Consider the information content of a message that indicate not the class to which the case belongs, but the outcome of the test on feature $ X$. By analogy with equation 3, we have

$\displaystyle SplitInfo(X,T)= - \sum_i^n \frac{\vert T_i\vert}{\vert T\vert}
 \log_2 \frac{\vert T_i\vert}{\vert T\vert}$ (9)

The $ GainRatio(X,T)$ is thus the proportion of information generated by the split that is useful for the classification.

In the case of our golfing example $ GainRatio(OUTLOOK,T)=0.246/1.577 = 0.156$ and $ GainRatio(WINDY,T)=0.048/0.985 = 0.049$.

We can use this notion of $ GainRatio$ to rank attributes and to build decision trees where at each node is located the attribute with greatest $ GainRatio$ among the attributes not yet considered in the path from the root.

We can also deal with the case of features with continuous ranges. Say that feature $ X$ has a continuous range. We examine the values for this features in the training set. Say they are, in increasing order, $ A_1, A_2, \ldots, A_m$. Then for each value $ A_j, \;
j=1,2,..m$ we partition the records into 2 sets : the first set have the $ X$ values up to and including $ A_j$ and the second set have the $ X$ values greater than $ A_j$. For each of these $ m$ partitions we compute the $ GainRatio(X(j),T) \; j=1,2,..m$, and choose the partition that maximizes the gain. If all features are continuous, we will obtain a binary tree.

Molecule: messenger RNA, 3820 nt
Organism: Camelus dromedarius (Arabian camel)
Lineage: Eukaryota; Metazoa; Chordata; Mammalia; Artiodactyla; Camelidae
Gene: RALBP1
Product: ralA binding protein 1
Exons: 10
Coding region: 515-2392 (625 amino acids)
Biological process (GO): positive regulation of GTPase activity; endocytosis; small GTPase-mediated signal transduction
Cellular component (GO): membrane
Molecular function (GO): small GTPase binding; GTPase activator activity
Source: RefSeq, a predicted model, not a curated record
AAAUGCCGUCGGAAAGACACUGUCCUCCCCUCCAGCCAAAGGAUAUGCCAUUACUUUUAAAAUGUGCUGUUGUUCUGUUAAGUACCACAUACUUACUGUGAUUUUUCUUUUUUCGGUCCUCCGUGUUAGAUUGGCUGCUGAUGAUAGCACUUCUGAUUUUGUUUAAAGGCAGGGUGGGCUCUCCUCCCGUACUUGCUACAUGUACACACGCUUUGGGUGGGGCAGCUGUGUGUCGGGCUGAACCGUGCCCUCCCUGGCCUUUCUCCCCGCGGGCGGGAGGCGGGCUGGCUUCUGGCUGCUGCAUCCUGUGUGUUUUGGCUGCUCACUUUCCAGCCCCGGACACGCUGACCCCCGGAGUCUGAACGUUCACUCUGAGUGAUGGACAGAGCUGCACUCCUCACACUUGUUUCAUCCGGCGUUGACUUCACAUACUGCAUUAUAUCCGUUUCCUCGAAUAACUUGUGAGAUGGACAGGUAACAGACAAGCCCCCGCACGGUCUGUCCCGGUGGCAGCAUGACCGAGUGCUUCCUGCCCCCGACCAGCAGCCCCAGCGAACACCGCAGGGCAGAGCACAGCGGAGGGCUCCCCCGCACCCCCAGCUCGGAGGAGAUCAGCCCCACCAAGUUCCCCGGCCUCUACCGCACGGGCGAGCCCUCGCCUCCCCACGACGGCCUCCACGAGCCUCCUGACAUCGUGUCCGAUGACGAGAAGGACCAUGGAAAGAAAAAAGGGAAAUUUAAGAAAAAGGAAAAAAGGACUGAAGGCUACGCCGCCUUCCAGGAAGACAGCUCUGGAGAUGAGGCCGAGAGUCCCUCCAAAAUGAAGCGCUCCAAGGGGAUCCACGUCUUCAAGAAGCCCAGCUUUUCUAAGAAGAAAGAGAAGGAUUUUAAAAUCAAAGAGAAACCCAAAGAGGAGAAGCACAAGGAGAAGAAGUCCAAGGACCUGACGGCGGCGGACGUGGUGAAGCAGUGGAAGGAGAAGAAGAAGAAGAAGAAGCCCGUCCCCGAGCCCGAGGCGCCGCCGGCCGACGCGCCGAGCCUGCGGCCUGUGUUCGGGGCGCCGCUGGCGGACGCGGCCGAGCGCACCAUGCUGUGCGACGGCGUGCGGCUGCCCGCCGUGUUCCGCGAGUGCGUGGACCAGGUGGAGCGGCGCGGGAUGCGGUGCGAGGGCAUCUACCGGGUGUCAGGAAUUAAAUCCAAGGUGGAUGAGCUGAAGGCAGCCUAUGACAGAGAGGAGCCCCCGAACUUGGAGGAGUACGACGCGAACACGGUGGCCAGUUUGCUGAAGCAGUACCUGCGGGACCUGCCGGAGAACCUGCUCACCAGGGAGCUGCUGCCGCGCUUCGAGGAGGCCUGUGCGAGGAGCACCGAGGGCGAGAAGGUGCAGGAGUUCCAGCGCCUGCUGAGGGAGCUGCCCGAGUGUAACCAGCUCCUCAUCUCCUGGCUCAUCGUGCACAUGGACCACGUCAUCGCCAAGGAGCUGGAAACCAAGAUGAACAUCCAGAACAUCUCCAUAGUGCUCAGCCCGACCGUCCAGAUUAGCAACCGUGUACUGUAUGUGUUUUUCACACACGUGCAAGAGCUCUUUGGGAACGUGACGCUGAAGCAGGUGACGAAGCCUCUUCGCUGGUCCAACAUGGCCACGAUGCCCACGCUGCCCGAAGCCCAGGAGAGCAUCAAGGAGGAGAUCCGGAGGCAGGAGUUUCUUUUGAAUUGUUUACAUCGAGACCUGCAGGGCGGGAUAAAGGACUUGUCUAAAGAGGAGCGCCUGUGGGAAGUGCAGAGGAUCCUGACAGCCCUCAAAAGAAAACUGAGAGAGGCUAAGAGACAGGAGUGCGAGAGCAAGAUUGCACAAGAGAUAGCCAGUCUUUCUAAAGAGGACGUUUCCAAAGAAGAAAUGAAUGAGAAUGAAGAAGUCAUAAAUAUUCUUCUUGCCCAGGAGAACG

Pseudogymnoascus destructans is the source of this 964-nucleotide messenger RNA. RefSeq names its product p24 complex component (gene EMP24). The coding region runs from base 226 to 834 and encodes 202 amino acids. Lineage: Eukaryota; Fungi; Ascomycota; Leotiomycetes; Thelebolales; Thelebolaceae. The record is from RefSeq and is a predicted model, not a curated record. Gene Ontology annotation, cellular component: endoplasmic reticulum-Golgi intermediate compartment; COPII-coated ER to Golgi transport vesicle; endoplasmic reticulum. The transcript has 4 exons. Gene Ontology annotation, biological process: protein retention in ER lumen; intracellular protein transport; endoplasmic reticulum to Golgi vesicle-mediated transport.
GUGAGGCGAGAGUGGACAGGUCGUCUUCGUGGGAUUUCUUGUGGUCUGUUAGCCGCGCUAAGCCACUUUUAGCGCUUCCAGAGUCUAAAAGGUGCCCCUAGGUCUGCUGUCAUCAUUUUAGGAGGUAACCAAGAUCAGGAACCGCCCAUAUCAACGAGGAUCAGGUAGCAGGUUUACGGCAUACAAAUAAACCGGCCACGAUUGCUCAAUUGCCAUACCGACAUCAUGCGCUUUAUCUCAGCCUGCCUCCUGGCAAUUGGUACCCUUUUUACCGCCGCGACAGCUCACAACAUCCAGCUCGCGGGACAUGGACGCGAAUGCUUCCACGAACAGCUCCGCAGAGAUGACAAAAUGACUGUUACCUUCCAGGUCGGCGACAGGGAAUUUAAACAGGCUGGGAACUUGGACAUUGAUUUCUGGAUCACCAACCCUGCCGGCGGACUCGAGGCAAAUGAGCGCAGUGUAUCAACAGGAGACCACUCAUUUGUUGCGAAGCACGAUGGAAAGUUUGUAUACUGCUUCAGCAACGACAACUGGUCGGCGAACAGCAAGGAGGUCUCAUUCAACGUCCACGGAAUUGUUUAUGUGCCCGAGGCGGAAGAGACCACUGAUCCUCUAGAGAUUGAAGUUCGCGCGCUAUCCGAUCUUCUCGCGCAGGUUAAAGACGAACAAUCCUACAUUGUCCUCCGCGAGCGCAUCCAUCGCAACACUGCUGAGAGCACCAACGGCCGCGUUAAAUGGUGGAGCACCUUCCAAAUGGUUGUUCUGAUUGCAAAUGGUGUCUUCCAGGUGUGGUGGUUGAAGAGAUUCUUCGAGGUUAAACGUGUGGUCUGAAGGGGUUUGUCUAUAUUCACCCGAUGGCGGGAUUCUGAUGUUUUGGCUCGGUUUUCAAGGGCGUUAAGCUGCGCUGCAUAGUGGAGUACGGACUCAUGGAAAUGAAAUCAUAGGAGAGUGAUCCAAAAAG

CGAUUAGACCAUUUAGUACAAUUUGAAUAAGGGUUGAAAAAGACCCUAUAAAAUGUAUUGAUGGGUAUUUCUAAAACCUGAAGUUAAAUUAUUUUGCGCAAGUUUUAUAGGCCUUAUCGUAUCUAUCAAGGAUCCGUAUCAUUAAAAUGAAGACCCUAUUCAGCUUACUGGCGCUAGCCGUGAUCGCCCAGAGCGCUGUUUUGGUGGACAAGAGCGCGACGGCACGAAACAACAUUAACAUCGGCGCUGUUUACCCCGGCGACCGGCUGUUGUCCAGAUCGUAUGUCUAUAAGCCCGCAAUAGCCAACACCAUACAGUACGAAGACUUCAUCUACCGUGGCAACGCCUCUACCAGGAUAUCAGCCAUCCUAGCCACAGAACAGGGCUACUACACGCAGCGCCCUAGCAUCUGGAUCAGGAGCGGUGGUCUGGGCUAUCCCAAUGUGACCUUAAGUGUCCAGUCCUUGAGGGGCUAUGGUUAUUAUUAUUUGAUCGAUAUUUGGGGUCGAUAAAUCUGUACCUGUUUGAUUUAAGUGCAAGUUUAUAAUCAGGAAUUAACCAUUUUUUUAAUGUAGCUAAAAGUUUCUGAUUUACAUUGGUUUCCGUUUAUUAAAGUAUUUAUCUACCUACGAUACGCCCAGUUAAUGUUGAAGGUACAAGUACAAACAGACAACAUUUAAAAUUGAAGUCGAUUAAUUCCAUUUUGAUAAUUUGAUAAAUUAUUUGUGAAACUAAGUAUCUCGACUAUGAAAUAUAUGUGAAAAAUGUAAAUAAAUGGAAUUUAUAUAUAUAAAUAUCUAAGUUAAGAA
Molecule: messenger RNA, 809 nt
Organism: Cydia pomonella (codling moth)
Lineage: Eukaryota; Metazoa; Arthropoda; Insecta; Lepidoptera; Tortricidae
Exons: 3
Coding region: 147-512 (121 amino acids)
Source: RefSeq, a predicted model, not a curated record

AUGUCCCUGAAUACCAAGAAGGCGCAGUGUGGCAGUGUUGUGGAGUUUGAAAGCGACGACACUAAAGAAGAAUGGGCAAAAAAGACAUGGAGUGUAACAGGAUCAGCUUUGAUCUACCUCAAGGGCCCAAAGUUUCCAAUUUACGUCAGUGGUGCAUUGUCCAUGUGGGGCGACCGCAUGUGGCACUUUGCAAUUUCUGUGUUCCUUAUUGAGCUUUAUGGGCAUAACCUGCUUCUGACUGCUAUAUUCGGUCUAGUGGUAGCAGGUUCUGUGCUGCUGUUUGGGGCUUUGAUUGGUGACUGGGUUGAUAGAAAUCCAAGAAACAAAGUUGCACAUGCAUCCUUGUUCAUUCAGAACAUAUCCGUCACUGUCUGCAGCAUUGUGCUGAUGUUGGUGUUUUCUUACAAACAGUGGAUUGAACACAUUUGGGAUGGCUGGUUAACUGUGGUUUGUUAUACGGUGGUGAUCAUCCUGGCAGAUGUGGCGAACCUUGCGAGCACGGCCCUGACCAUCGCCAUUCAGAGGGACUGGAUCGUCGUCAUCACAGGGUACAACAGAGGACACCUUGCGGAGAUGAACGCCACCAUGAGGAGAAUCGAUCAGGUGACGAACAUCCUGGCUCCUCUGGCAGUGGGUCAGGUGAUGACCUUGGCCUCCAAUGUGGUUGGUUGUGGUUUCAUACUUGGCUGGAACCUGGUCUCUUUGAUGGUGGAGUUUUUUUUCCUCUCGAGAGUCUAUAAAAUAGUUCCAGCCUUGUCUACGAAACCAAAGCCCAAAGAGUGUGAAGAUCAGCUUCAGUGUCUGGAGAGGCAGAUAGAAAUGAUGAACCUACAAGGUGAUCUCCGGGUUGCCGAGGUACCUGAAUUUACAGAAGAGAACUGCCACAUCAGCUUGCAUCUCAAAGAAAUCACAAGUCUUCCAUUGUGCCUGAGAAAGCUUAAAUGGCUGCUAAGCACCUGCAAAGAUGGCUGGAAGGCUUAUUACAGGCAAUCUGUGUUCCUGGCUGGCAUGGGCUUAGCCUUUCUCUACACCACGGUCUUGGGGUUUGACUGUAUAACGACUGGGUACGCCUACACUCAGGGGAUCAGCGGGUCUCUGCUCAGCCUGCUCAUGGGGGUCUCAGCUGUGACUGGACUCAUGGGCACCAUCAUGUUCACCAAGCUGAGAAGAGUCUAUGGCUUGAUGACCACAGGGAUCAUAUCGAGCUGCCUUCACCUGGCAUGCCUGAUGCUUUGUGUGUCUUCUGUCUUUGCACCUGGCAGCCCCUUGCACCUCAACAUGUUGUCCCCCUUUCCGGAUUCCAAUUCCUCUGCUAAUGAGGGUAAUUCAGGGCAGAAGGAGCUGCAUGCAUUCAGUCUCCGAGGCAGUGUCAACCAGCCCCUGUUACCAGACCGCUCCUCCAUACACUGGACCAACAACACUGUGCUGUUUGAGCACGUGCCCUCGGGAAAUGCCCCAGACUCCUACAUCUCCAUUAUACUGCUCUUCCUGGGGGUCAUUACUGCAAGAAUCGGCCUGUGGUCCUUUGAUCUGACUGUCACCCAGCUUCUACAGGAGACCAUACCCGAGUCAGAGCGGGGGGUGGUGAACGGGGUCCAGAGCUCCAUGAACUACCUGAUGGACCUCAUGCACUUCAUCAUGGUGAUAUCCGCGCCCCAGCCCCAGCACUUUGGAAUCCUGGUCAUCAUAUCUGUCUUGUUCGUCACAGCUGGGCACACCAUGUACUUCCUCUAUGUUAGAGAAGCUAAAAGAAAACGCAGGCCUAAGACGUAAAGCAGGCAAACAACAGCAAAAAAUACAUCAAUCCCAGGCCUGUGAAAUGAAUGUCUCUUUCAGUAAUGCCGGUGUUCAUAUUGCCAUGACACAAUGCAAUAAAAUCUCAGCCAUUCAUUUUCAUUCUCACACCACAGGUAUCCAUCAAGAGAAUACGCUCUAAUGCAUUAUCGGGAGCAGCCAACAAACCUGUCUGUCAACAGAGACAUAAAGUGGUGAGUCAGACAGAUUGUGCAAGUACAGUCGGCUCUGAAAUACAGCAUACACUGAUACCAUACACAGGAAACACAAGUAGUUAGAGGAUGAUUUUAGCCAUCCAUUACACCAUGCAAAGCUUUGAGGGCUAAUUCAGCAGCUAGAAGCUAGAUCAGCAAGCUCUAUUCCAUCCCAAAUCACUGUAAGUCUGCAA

Pruning Trees.

Pruning a tree is the action to replace a whole subtree by a leaf. The replacement takes place if the expected error rate in the subtree is greater than in the single leaf. We will start by generating the whole (generally overfitted) classification tree and simplify it using pruning just after.

The error estimates for leaves and subtrees are computed assuming that they were used to classify a set of unseen cases of the same size as the training set. So a leaf covering $ N$ training cases ($ E$ of them incorrectly) with a predicted error rate of $ U_{CF}(E,N)$ (with $ U_{CF}$: the binomial distribution, $ CF$: the Confidence Level) would give rise to a predicted $ N \times
U_{CF}(E,N)$ errors. Similarly, the number of predicted errors associated with a (sub)tree is just the sum the the predicted errors of its branches.

An example: Let's consider a dataset of 16 examples describing toys. We want to know if the toy is fun or not.

    red     |  2                    | yes
    red     |  3                    | yes
    green   |  2                    | yes